British comic Steve Coogan has played many characters including clueless talk show host Alan Partridge, an ego-maniacal movie director in Tropic Thunder, guileless and clueless high school theater teacher in Hamlet II, and a smarmy bad guy in last summer’s The Other Guys. He’s also played a character named Steve Coogan in Michael Winterbottom’s brilliant movie within a movie conceit Tristram Shandy. In that, Steve Coogan is a version of himself at once charming, ego-maniacal, clueless, and often unsympathetic, while he worries about his role in the adaptation of Tristram Shandy while trading competing barbs with his co-star, Rob Brydon.
The Trip, Steve Coogan again plays a version of actor Steve Coogan in the same vein, again trading barbs with his co-star, Rob Brydon. This time, instead of a movie within a movie, the conceit has Steve accepting an assignment from the British magazine The Observer to drive around the Northern England countryside, stay at various inns, eat at restaurants, and report the experience.
But you don’t have to know all this meta backstory to enjoy The Trip. After Steve and Rob set off from London in Steve’s Land Rover the movie clicks into a comfortable pastiche of road movie and buddy picture, splashed with the essence of mid-life/mid-career crisis.
In Tristram Shandy the pair’s relationship seemed predicated more on their careers, of which Steve’s was more successful. This makes sense because Tristram Shandy was, among other things, a movie about work; the tasks involved in making a movie. Here, out in the country, Steve seems jealous of Rob’s comfortable if mid-level career. A telling moment has Steve unsuccessfully recreating in front of a motel room mirror Rob’s Small Man in a Box bit, which is apparently quite popular and which Rob is happy to perform for a museum curator in return for letting them enter after hours.
Theater location: Landmark Theater, Kendall Square, Cambridge, Saturday, June 18th, 4:15 pm. Price: 10.00. Viewed with Liz! Snack: cashews, Diet Coke with Lime.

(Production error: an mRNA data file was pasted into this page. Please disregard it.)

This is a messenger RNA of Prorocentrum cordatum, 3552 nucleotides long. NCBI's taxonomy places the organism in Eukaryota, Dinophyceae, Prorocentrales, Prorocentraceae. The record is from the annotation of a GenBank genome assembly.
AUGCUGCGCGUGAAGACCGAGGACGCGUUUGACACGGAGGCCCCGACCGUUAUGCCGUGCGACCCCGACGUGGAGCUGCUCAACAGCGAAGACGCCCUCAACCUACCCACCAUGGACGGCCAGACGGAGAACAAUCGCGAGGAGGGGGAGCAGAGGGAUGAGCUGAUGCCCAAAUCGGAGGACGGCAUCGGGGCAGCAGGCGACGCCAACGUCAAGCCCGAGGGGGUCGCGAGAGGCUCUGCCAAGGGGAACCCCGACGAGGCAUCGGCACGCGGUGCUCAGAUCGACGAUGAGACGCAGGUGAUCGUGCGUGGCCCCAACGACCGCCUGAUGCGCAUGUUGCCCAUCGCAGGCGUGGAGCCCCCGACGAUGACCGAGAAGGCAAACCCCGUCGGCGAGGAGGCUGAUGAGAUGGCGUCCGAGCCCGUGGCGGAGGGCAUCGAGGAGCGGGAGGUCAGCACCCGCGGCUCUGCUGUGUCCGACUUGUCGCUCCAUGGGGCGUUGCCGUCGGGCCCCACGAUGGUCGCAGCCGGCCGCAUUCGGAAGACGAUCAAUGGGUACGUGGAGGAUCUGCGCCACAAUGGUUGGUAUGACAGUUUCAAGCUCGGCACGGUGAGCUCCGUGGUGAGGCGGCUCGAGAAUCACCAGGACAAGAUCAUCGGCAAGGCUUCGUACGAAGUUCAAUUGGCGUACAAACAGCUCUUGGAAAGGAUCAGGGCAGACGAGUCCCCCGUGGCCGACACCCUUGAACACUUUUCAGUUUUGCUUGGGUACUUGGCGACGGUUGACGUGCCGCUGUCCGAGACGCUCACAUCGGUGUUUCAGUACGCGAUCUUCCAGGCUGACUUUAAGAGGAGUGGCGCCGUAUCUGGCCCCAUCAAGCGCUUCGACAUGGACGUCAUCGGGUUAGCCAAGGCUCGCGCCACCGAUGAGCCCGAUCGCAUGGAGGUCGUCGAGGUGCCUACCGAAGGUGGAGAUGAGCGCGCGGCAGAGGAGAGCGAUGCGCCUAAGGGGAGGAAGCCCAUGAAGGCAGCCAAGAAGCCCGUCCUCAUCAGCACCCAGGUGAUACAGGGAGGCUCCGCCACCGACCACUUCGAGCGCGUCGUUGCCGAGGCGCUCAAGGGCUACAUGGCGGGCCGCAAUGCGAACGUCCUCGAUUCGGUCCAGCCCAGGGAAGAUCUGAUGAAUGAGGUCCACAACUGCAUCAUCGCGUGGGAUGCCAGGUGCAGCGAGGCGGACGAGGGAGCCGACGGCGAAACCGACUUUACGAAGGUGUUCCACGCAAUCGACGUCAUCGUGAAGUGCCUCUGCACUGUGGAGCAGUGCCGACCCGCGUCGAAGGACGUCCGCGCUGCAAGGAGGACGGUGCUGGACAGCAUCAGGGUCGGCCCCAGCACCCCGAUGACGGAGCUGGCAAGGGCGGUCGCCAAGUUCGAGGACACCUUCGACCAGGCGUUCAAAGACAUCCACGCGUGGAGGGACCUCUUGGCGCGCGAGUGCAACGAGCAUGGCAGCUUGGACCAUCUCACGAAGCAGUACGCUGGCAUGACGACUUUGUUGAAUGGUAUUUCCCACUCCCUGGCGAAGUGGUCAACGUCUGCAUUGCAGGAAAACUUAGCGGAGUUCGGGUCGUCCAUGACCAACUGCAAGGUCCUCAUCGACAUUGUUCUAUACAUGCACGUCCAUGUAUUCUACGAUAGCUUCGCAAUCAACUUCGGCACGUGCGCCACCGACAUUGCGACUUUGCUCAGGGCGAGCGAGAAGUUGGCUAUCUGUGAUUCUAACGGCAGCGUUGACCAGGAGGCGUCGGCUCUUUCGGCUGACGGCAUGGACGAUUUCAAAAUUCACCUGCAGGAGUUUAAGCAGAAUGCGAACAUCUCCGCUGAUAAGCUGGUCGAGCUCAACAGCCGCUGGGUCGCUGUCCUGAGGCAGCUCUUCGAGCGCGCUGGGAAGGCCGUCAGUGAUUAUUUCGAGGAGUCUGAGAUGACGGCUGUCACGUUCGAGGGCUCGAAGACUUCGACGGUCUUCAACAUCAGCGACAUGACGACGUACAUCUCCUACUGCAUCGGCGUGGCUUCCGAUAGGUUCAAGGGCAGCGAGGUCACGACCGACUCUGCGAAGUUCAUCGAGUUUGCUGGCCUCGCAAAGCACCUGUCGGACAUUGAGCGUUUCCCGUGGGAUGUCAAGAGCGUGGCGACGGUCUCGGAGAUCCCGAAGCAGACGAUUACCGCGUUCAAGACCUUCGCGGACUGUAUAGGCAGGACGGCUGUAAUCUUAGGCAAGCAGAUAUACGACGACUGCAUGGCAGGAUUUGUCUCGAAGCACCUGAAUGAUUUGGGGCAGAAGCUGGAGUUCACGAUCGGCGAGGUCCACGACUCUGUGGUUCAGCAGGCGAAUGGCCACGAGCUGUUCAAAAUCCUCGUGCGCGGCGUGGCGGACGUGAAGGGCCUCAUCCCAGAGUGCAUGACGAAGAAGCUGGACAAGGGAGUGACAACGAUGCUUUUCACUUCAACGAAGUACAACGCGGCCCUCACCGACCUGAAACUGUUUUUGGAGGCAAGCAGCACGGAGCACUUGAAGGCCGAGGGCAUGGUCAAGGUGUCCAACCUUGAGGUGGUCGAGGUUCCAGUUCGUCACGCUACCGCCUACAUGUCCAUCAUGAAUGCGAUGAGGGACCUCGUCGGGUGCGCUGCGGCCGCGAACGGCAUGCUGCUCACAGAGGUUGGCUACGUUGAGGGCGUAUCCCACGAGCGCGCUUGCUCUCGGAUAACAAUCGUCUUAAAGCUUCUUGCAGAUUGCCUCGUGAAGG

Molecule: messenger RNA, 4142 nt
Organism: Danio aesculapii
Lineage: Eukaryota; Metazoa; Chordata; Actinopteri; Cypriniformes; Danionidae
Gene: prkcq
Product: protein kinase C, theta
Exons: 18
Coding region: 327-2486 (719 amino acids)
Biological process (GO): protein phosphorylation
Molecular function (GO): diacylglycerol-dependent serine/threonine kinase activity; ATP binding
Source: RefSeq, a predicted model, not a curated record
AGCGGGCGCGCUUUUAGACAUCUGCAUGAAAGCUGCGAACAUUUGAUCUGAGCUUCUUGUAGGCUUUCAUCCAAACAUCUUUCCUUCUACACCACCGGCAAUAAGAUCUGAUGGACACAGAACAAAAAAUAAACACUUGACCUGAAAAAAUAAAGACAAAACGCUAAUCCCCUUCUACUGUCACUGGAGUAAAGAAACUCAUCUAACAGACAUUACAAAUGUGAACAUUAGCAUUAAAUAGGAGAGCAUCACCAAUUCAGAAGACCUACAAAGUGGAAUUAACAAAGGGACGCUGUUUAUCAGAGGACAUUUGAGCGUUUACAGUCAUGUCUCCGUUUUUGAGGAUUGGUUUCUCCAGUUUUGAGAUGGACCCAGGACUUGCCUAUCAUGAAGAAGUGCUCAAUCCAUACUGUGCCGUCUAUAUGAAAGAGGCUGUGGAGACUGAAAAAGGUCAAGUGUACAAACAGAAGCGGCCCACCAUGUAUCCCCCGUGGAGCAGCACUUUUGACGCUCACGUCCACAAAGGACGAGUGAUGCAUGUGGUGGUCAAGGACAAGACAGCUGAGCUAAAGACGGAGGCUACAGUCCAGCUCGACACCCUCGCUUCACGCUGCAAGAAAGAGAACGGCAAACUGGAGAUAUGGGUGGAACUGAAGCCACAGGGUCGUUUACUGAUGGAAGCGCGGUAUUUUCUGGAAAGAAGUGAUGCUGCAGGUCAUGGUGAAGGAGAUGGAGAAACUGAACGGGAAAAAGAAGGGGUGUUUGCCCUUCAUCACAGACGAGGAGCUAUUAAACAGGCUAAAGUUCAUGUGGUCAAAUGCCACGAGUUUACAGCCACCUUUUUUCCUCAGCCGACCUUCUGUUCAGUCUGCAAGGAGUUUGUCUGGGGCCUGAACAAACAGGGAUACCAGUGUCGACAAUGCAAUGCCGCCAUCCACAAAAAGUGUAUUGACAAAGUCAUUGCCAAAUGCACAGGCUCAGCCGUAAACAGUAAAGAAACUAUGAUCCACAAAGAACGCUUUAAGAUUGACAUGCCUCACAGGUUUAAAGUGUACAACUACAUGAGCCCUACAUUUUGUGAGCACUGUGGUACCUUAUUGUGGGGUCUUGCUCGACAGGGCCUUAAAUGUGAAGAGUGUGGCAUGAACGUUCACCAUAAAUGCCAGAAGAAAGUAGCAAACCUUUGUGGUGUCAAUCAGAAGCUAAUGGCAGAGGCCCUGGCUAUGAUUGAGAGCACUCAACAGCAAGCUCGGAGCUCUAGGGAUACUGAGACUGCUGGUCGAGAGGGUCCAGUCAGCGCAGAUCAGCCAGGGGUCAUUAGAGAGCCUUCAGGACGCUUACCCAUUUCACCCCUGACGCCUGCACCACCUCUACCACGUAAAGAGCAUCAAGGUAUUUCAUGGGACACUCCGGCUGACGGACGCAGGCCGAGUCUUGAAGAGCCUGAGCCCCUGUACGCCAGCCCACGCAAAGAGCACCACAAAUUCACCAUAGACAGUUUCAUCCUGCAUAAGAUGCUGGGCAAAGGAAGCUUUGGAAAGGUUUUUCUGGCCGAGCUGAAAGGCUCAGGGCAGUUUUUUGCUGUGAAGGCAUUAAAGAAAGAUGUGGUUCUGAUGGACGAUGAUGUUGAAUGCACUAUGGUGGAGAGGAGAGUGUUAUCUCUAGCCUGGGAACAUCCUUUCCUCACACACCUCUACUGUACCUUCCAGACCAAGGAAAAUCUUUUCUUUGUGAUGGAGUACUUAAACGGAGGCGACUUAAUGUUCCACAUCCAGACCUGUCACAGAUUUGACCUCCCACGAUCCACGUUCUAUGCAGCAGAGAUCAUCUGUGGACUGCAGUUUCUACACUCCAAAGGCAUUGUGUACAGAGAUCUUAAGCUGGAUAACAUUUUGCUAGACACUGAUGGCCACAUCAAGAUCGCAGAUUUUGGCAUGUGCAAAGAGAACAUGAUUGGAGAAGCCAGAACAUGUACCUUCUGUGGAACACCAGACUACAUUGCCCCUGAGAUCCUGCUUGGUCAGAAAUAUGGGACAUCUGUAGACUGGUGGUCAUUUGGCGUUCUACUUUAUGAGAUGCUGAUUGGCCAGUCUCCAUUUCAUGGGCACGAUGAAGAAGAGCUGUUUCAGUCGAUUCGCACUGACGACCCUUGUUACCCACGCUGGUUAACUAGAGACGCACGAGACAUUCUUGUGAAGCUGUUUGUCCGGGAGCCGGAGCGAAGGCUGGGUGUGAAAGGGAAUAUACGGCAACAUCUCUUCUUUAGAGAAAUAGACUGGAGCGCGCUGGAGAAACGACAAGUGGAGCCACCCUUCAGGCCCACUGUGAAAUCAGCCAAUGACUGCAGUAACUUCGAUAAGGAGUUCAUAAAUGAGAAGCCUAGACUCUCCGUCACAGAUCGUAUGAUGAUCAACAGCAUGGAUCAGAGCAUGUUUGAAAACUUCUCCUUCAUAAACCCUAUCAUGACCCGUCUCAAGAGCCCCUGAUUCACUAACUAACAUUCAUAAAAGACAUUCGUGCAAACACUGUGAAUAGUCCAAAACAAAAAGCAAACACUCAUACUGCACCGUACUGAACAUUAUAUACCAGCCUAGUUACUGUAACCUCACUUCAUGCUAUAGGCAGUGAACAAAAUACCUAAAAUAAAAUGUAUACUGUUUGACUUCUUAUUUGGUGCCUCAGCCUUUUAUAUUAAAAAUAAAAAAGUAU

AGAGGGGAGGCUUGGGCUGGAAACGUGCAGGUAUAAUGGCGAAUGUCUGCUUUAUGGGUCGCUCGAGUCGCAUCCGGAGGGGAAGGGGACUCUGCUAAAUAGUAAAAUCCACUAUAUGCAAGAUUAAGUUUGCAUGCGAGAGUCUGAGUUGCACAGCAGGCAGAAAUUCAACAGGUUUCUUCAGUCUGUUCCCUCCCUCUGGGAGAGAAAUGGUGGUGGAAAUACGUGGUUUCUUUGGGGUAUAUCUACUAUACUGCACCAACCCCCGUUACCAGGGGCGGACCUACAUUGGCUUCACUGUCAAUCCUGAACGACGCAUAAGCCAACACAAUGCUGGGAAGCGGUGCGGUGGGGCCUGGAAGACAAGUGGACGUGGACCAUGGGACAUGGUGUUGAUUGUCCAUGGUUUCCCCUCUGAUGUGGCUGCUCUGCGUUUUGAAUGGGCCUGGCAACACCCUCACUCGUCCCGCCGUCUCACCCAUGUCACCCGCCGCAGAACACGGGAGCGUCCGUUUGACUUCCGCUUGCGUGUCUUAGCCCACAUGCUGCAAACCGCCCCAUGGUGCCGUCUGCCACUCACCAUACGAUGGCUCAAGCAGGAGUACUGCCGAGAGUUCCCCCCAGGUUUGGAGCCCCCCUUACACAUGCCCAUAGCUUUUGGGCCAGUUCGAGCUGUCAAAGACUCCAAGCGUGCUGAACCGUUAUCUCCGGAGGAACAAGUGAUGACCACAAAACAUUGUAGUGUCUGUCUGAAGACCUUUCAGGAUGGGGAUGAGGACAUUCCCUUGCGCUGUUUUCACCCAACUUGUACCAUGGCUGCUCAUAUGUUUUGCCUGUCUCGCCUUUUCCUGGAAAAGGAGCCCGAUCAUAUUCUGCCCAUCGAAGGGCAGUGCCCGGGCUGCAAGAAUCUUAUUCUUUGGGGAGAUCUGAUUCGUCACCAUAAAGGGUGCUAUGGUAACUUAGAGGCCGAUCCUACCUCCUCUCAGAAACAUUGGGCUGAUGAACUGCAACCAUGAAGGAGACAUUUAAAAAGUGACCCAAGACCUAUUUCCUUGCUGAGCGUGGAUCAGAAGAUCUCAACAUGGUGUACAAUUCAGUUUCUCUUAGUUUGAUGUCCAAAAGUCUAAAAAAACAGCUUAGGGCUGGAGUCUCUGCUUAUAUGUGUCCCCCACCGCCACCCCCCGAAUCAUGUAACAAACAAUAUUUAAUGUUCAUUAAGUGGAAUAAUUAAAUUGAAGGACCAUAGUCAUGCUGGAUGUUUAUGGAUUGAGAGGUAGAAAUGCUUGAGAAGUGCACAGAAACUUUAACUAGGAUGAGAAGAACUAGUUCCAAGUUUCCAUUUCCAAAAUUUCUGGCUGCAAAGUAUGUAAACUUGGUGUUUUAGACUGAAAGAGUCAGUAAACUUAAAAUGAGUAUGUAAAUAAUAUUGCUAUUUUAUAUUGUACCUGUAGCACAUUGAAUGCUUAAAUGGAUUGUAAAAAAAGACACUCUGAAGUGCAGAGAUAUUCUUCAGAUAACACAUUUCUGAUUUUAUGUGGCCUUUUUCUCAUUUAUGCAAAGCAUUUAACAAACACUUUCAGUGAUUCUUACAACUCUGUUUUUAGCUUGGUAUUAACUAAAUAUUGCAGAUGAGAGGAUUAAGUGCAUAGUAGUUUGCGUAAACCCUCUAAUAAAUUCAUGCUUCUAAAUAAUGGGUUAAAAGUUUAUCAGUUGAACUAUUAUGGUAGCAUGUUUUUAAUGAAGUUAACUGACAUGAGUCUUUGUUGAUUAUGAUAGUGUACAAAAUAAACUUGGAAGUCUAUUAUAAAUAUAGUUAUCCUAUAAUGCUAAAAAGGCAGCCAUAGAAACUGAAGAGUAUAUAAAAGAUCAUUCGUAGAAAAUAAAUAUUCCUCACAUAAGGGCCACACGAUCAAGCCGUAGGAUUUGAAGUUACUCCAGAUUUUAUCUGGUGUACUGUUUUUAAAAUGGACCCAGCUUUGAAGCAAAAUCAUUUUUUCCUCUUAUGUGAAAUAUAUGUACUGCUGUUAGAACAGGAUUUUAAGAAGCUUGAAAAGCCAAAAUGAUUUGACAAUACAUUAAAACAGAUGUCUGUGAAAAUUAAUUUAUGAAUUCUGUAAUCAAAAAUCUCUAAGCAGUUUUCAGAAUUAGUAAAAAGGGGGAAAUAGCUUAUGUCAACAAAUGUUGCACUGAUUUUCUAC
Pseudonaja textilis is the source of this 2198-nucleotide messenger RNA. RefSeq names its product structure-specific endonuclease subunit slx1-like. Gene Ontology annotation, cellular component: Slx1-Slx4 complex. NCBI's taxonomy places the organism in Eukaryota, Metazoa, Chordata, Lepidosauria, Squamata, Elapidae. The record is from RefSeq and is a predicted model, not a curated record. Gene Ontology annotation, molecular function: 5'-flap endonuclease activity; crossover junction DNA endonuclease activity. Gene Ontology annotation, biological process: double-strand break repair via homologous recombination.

|Landmark Theater, Kendall Square, Cambridge|
The Topp Twins, Untouchable Girls. The trailers were full of documentaries. Talk about cheap, fast, and out of control. Let's start with this true tale of sisters who perform together as a singing comedy duo. And then, one of them gets cancer. Funny and sad at the same time.
Conan O'Brien Can't Stop. Cameras follow Conan O'Brien as he toured the country last summer, showcasing his experiences between getting kicked off The Tonight Show to starting his own show on TNT. This one looks good. So good in fact that we're seeing tomorrow. Review forthcoming.
Tabloid. Documentary by Errol Morris about a legendary scandal in Britain about the true-life story of Joyce McKinney. "She was a beauty queen, a hot little number, and she fell in love with a guy. She made the mistake of falling for a Mormon, though, and his family and his community sent him overseas on a mission to get away from her. She followed him. Things got weird. That's all you need to know."
Buck. A doc about the real Horse Whisperer as portrayed in that Robert Redford movie. It's a tear jerker, where the way a horse acts tells more about the owner than the horse. This movie looks pretty emotionally compelling.
Pianomania. About the crazy dudes who the tune pianos of the worlds greatest pianists. Seriously.